Dr. Mary-Claire King will receive the 2018 Shaw Prize in Life Science and Medicine for her pioneering work in breast cancer genetics.
Established in 2002 by Sir Run Run Shaw, the annual Shaw Prizes are awarded for breakthroughs by scientists in the fields of mathematics, astronomy and life sciences.
Shaw was a leader in the Asian television and film industry. Throughout his lifetime he provided philanthropic support to colleges, hospitals, science, the arts and many other charities.
The awards were created to recognize individuals, regardless of race, nationality, gender and religious belief, who have achieved a significant breakthrough in academic and scientific research or applications and whose work has resulted in a positive and profound impact on humanity.
About Mary-Claire King
Dr. King grew up in Chicago. She received her BA cum laude in Mathematics from Carleton College in Minnesota, her Ph.D. in Genetics from the University of California at Berkeley, and her postdoctoral training at UC San Francisco. She was a professor at UC Berkeley from 1976-1995 and has been American Cancer Society Professor of Medical Genetics and of Genome Sciences at UW since 1995.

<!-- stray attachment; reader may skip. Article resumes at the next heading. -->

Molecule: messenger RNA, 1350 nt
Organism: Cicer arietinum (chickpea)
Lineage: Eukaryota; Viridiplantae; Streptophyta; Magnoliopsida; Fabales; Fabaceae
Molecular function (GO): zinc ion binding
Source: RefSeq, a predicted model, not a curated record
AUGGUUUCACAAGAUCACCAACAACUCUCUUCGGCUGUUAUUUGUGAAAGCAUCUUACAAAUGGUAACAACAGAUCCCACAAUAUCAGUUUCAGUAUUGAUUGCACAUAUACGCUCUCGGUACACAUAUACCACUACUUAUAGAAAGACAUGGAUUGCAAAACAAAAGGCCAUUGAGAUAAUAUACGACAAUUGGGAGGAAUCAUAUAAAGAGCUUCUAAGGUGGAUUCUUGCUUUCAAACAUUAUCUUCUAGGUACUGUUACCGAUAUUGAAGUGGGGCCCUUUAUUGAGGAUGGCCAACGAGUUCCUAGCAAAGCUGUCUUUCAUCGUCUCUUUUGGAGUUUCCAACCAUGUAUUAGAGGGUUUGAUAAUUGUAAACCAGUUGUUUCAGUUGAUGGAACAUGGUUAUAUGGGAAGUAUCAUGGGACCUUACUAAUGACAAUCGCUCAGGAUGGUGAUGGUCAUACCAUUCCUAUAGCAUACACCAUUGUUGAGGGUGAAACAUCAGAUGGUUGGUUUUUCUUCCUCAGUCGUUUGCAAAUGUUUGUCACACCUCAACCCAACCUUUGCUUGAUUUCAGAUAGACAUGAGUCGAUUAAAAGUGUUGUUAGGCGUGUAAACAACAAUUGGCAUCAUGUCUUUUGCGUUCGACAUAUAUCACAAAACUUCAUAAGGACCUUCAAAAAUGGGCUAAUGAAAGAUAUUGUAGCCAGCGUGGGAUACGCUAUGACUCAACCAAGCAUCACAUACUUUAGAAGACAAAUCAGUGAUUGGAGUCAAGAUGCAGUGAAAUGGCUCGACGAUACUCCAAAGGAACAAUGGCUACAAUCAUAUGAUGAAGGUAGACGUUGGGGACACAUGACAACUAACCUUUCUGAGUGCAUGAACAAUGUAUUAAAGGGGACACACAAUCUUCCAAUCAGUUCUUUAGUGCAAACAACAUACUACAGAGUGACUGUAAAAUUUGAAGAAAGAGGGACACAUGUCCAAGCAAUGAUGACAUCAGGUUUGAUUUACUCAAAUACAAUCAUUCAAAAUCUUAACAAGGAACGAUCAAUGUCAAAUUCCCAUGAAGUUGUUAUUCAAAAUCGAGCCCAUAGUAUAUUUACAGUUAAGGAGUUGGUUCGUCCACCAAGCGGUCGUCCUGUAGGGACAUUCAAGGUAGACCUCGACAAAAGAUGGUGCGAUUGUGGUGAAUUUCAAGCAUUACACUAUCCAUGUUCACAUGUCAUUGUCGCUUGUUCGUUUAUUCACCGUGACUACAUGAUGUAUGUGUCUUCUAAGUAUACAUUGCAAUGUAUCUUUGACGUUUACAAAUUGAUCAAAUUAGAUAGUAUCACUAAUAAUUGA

King’s 2018 Shaw Prize recognizes her achievement in using mathematical modeling and other analyses to demonstrate in 1990 that a single gene on chromosome 17 played a role in many breast and ovarian cancers. This “breast cancer gene” was later called BRCA1. Its discovery changed the way medical scientists viewed the possible genetic contributions to common, complex diseases. Earlier, many medical scientists had disregarded her efforts to try to find such connections.
After her remarkable discoveries, the techniques King developed for mapping BRCA1 were adopted by many scientists to study numerous other disorders.
The Shaw Prizes will be presented at a Sept. 16 ceremony in China. The prize carries a monetary award of $1.2 million.
Source: UW Medicine Newsroom